PEKING (Reuters) – China will not be content to only play in an escalating trade war against the US, warned a well-read Chinese tabloid when US President Donald Trump announced early on new tariffs on Chinese goods worth $ 200 billion, as on Monday ,
FILE PHOTO: Sport Utility Vehicles (SUVs) waiting to be exported are seen in a port in Lianyungang, Jiangsu Province, China on April 5, 2018. REUTERS / Stringer / File Photo
The United States and China have already imposed tariffs on goods worth $ 50 billion each, which have worsened in global financial markets in recent months.
Last week, the US Treasury Department invited senior Chinese officials, including Deputy Prime Minister Liu He, to further discussions on the wage dispute, despite skepticism among trade observers on both sides about the prospects for a breakthrough.
China's foreign ministry reiterated that the escalation of the trade dispute does not interest anyone.
"We have always maintained that the only way to resolve the trade dispute can be achieved through dialogue and peer-to-peer consultation and mutual respect," said Ministry spokesman Geng Shuang at a regular press conference.
A senior government official told Reuters over the weekend that Trump is likely to announce the new tariffs on Monday.
In the early morning tweets, Trump said that impressive fares bolstered the United States bargaining position and that cost increases for goods had been "almost unnoticed" so far.
"If the countries do not do fair business with us, they'll be tariffed," Trump wrote.
The Global Times, published by the People's Daily of the ruling Communist Party, wrote in an editorial: "It's nothing new for the US to try to escalate tensions to gain more profits at the negotiating table."
"We look forward to a better counterattack and will increase the pain in the US," said the Chinese-language column.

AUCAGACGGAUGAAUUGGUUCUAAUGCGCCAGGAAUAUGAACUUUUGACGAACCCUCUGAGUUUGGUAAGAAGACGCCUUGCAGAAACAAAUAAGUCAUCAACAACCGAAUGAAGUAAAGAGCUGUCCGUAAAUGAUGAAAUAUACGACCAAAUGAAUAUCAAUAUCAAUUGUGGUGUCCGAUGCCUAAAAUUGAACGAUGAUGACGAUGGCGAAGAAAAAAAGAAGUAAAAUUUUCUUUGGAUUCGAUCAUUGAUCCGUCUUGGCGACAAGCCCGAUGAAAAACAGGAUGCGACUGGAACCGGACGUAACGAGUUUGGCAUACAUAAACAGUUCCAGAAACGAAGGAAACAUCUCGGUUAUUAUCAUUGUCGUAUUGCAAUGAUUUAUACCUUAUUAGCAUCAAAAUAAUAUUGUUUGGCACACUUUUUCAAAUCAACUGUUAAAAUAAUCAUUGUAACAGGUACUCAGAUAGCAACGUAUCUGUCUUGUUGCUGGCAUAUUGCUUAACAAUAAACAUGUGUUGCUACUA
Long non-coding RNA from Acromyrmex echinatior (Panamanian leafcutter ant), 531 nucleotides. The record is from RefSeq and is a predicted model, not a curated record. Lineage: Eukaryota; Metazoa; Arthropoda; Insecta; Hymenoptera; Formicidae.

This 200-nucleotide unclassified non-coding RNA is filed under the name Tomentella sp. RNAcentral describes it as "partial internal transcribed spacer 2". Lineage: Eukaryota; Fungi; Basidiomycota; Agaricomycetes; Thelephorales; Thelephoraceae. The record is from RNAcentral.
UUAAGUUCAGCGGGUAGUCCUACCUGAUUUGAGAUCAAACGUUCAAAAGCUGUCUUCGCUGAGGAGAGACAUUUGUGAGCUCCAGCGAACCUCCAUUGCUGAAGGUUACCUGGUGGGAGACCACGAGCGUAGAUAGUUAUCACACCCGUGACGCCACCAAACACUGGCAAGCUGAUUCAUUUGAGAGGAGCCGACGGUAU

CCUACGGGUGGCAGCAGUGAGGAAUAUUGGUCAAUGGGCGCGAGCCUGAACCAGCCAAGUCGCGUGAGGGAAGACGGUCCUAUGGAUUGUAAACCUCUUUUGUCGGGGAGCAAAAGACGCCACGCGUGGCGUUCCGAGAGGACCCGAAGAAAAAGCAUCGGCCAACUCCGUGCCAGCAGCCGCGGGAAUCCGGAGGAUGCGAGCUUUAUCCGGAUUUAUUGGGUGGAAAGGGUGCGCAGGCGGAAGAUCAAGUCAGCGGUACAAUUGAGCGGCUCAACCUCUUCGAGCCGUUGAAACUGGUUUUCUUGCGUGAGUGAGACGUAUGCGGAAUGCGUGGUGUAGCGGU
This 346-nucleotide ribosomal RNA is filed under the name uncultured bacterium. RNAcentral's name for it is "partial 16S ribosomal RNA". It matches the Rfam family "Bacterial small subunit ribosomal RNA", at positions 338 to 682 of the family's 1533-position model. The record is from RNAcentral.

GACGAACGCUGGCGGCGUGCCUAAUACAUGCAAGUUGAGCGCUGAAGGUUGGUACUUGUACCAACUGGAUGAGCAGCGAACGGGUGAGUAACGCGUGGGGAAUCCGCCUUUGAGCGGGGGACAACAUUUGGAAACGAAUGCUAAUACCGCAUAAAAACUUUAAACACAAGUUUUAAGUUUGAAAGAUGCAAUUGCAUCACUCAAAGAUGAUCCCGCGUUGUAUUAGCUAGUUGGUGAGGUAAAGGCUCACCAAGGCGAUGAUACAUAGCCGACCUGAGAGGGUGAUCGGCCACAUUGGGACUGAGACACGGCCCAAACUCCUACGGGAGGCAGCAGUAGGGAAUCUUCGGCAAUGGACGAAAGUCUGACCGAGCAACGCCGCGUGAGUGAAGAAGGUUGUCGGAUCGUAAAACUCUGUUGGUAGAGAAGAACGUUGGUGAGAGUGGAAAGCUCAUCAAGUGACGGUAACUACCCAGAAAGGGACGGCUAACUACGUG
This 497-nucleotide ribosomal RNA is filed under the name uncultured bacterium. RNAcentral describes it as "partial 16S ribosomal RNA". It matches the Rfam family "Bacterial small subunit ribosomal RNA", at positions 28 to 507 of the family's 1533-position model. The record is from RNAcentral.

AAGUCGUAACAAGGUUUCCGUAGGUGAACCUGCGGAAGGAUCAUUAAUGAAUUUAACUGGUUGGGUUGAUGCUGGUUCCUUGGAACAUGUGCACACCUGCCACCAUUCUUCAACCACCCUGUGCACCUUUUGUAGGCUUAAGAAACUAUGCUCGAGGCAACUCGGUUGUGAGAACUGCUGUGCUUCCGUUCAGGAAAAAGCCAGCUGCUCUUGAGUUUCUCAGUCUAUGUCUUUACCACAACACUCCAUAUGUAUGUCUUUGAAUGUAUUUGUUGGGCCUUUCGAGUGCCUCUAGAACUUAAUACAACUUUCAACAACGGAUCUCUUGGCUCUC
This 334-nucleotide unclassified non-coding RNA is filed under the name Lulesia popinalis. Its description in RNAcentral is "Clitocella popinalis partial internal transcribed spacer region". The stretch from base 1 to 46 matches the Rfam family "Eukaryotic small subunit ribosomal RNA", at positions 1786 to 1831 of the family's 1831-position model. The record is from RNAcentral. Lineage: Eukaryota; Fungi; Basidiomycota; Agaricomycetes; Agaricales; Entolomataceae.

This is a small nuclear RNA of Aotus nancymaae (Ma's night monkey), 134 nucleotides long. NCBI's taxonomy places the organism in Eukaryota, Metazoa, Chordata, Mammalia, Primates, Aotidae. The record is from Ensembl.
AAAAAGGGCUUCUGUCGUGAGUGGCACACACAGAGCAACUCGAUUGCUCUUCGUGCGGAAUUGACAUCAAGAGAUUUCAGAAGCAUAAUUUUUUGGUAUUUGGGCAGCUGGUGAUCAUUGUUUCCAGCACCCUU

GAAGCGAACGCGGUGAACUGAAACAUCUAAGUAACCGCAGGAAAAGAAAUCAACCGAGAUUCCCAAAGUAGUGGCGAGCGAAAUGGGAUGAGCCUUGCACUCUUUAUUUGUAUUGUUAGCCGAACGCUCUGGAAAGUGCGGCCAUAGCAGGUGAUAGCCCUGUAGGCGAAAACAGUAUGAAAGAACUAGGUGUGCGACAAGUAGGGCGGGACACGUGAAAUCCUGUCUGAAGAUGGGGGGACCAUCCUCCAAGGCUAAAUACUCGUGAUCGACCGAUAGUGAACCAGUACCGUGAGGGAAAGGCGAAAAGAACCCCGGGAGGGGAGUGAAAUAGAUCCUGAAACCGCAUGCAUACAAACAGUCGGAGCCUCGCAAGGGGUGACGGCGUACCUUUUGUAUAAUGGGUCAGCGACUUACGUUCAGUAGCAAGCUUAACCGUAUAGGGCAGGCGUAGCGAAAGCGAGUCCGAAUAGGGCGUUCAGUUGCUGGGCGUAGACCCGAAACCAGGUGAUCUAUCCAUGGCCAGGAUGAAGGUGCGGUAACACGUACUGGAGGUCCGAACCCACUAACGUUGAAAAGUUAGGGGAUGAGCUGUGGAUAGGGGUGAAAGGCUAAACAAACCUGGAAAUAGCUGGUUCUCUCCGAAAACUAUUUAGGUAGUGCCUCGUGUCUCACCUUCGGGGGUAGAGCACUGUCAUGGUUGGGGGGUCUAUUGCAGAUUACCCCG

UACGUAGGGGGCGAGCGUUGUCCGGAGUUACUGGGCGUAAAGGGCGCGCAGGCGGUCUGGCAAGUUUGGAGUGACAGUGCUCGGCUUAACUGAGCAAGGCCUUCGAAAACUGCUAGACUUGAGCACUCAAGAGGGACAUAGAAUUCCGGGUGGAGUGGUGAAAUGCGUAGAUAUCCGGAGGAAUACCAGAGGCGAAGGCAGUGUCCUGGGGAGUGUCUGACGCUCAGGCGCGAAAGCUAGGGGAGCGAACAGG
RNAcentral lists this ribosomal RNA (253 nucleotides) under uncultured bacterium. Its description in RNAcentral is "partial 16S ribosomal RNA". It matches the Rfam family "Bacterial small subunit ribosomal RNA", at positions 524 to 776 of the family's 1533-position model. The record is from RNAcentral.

In addition to retaliatory tariffs, China could also limit the export of goods, raw materials and components to US supply chains, former Finance Minister Lou Jiwei said on Sunday at a Beijing forum, one participant said.
Lou is chairman of the National Social Security Fund.
The person who attended the event and was familiar with White House thinking said that such a move would likely trigger harsh reprisals from Washington, which has explored its own limits on exporting key technologies to China.
"Lou Jiwei's approach would feed the toughest feelings in the US government," the person said, refusing to be identified in the face of the sensitivity of the matter.
China is a major supplier of low grade metals and rare earths used in consumer electronics and other products.
Beijing said it would take revenge to wage a war escalation with its own tariffs and qualitative measures it does not specify, but is perceived in the US business community as an increased customs and regulatory control.
Beijing may also refuse to participate in planned trade talks with Washington later this month if the Trump administration introduced additional tariffs, the Wall Street Journal said Sunday, citing Chinese officials.
The journal report quoted a high-ranking Chinese adviser who said that China would not negotiate "with an upside-down weapon."
China has not publicly committed to a new round of negotiations, but in the past, talks have broken off in the face of escalating conflict.
In April, when Trump threatened the tariffs on another $ 100 billion of Chinese goods, which were then considered a major escalation, China said it would not conduct talks "under these conditions."
The top Chinese diplomat, State Councilor Wang Yi, will arrive in New York this week for the annual United Nations General Assembly, Beijing announced Monday.
Trump has called for China to lower its $ 375 billion trade surplus with the United States, end US technology and intellectual property policies, and withdraw high-tech industrial subsidies.
Repeated Chinese vows to reform what critics have argued is one of the world's most constrained markets among the major economies have sparked in recent years "promise fatigue" among foreign business groups who saw changes as piecemeal.
Trump has said he will no longer allow China to trade in the United States, although resistance to escalating tariffs has increased in the United States business community in recent weeks.
Michigan governor Rick Snyder, known as a moderate Republican and former computer expert, told Reuters on a trip to China that fear and uncertainty about tariffs could limit Chinese investment in the US.
"If you do not know what the rules are or how it will work, you'll be quite reluctant to make that investment," said Snyder, who was in China to promote his state's industries, including autonomous vehicle technology.
There would likely be a "lagging effect" from US trade disputes with China, Canada and Mexico that could undercut the positive effects of Trump's tax cuts, he said.
"I would encourage national governments to resolve it as soon as possible because it is a concern for all."
Reporting by Michael Martina, Ryan Woo and Christian Shepherd; additional reporting by Susan Heavey in Washington; Cut by Shri Navaratnam and Nick Macfie